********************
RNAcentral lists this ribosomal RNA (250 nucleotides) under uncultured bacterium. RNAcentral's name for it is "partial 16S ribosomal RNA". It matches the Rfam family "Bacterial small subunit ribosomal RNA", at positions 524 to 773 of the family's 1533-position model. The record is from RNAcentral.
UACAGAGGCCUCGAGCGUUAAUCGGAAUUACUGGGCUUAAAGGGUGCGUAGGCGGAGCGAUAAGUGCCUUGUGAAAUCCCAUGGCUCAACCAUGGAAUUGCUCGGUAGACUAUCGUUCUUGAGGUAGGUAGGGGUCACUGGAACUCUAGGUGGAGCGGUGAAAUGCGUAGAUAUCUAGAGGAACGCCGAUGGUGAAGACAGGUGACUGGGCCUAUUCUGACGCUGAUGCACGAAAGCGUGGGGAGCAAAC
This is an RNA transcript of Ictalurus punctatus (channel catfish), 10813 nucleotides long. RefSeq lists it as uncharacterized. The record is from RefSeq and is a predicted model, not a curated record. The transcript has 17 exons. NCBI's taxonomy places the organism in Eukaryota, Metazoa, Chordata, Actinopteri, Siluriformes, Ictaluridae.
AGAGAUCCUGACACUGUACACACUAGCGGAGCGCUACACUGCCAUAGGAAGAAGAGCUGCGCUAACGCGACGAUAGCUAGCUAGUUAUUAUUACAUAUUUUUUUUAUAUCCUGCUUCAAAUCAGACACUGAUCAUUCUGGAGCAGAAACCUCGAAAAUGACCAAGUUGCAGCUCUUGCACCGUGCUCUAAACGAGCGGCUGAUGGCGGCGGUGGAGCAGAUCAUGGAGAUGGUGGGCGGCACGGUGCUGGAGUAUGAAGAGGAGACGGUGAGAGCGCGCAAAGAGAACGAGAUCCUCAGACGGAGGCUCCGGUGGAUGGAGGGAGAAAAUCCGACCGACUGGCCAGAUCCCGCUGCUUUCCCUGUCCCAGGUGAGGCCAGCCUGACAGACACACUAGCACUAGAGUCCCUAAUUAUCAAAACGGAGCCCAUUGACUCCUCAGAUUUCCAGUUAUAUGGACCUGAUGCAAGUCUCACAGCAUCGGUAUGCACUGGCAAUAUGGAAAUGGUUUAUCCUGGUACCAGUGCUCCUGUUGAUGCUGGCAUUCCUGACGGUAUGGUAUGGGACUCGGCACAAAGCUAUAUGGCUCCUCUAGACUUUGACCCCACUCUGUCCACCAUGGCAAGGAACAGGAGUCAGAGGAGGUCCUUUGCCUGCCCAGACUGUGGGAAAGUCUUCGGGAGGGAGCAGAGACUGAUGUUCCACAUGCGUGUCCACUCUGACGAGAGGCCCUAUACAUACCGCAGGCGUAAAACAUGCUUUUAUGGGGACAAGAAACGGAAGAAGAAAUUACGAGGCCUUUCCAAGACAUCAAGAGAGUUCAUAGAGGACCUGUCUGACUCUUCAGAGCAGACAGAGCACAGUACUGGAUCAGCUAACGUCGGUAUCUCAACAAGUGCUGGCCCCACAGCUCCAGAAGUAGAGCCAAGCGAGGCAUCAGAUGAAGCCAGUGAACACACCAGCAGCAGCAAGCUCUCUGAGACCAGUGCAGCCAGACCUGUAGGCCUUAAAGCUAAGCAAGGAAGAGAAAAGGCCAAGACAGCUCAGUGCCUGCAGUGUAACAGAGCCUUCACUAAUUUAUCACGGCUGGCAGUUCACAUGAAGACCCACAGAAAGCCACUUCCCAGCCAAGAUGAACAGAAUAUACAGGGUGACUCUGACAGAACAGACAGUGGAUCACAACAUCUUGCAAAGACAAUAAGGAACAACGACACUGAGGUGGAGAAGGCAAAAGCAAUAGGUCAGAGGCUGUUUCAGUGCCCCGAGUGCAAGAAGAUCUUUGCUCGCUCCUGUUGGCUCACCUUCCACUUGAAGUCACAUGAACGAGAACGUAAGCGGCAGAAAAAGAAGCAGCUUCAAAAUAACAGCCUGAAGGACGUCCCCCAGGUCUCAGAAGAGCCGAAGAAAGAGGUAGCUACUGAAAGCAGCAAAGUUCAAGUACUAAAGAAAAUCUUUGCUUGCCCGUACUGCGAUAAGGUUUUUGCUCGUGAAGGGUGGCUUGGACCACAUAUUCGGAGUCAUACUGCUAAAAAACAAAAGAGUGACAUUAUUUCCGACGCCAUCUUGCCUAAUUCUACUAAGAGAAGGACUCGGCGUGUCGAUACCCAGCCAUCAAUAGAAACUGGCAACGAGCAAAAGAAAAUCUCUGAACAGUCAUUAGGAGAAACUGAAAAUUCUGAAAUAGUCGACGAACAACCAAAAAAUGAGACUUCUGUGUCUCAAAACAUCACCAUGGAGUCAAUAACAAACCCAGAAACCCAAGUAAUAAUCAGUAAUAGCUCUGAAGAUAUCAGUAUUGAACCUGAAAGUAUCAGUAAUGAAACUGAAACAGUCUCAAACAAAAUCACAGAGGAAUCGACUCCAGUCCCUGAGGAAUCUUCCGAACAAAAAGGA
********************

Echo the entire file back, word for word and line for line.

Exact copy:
RNAcentral lists this ribosomal RNA (250 nucleotides) under uncultured bacterium. RNAcentral's name for it is "partial 16S ribosomal RNA". It matches the Rfam family "Bacterial small subunit ribosomal RNA", at positions 524 to 773 of the family's 1533-position model. The record is from RNAcentral.
UACAGAGGCCUCGAGCGUUAAUCGGAAUUACUGGGCUUAAAGGGUGCGUAGGCGGAGCGAUAAGUGCCUUGUGAAAUCCCAUGGCUCAACCAUGGAAUUGCUCGGUAGACUAUCGUUCUUGAGGUAGGUAGGGGUCACUGGAACUCUAGGUGGAGCGGUGAAAUGCGUAGAUAUCUAGAGGAACGCCGAUGGUGAAGACAGGUGACUGGGCCUAUUCUGACGCUGAUGCACGAAAGCGUGGGGAGCAAAC
This is an RNA transcript of Ictalurus punctatus (channel catfish), 10813 nucleotides long. RefSeq lists it as uncharacterized. The record is from RefSeq and is a predicted model, not a curated record. The transcript has 17 exons. NCBI's taxonomy places the organism in Eukaryota, Metazoa, Chordata, Actinopteri, Siluriformes, Ictaluridae.
AGAGAUCCUGACACUGUACACACUAGCGGAGCGCUACACUGCCAUAGGAAGAAGAGCUGCGCUAACGCGACGAUAGCUAGCUAGUUAUUAUUACAUAUUUUUUUUAUAUCCUGCUUCAAAUCAGACACUGAUCAUUCUGGAGCAGAAACCUCGAAAAUGACCAAGUUGCAGCUCUUGCACCGUGCUCUAAACGAGCGGCUGAUGGCGGCGGUGGAGCAGAUCAUGGAGAUGGUGGGCGGCACGGUGCUGGAGUAUGAAGAGGAGACGGUGAGAGCGCGCAAAGAGAACGAGAUCCUCAGACGGAGGCUCCGGUGGAUGGAGGGAGAAAAUCCGACCGACUGGCCAGAUCCCGCUGCUUUCCCUGUCCCAGGUGAGGCCAGCCUGACAGACACACUAGCACUAGAGUCCCUAAUUAUCAAAACGGAGCCCAUUGACUCCUCAGAUUUCCAGUUAUAUGGACCUGAUGCAAGUCUCACAGCAUCGGUAUGCACUGGCAAUAUGGAAAUGGUUUAUCCUGGUACCAGUGCUCCUGUUGAUGCUGGCAUUCCUGACGGUAUGGUAUGGGACUCGGCACAAAGCUAUAUGGCUCCUCUAGACUUUGACCCCACUCUGUCCACCAUGGCAAGGAACAGGAGUCAGAGGAGGUCCUUUGCCUGCCCAGACUGUGGGAAAGUCUUCGGGAGGGAGCAGAGACUGAUGUUCCACAUGCGUGUCCACUCUGACGAGAGGCCCUAUACAUACCGCAGGCGUAAAACAUGCUUUUAUGGGGACAAGAAACGGAAGAAGAAAUUACGAGGCCUUUCCAAGACAUCAAGAGAGUUCAUAGAGGACCUGUCUGACUCUUCAGAGCAGACAGAGCACAGUACUGGAUCAGCUAACGUCGGUAUCUCAACAAGUGCUGGCCCCACAGCUCCAGAAGUAGAGCCAAGCGAGGCAUCAGAUGAAGCCAGUGAACACACCAGCAGCAGCAAGCUCUCUGAGACCAGUGCAGCCAGACCUGUAGGCCUUAAAGCUAAGCAAGGAAGAGAAAAGGCCAAGACAGCUCAGUGCCUGCAGUGUAACAGAGCCUUCACUAAUUUAUCACGGCUGGCAGUUCACAUGAAGACCCACAGAAAGCCACUUCCCAGCCAAGAUGAACAGAAUAUACAGGGUGACUCUGACAGAACAGACAGUGGAUCACAACAUCUUGCAAAGACAAUAAGGAACAACGACACUGAGGUGGAGAAGGCAAAAGCAAUAGGUCAGAGGCUGUUUCAGUGCCCCGAGUGCAAGAAGAUCUUUGCUCGCUCCUGUUGGCUCACCUUCCACUUGAAGUCACAUGAACGAGAACGUAAGCGGCAGAAAAAGAAGCAGCUUCAAAAUAACAGCCUGAAGGACGUCCCCCAGGUCUCAGAAGAGCCGAAGAAAGAGGUAGCUACUGAAAGCAGCAAAGUUCAAGUACUAAAGAAAAUCUUUGCUUGCCCGUACUGCGAUAAGGUUUUUGCUCGUGAAGGGUGGCUUGGACCACAUAUUCGGAGUCAUACUGCUAAAAAACAAAAGAGUGACAUUAUUUCCGACGCCAUCUUGCCUAAUUCUACUAAGAGAAGGACUCGGCGUGUCGAUACCCAGCCAUCAAUAGAAACUGGCAACGAGCAAAAGAAAAUCUCUGAACAGUCAUUAGGAGAAACUGAAAAUUCUGAAAUAGUCGACGAACAACCAAAAAAUGAGACUUCUGUGUCUCAAAACAUCACCAUGGAGUCAAUAACAAACCCAGAAACCCAAGUAAUAAUCAGUAAUAGCUCUGAAGAUAUCAGUAUUGAACCUGAAAGUAUCAGUAAUGAAACUGAAACAGUCUCAAACAAAAUCACAGAGGAAUCGACUCCAGUCCCUGAGGAAUCUUCCGAACAAAAAGGA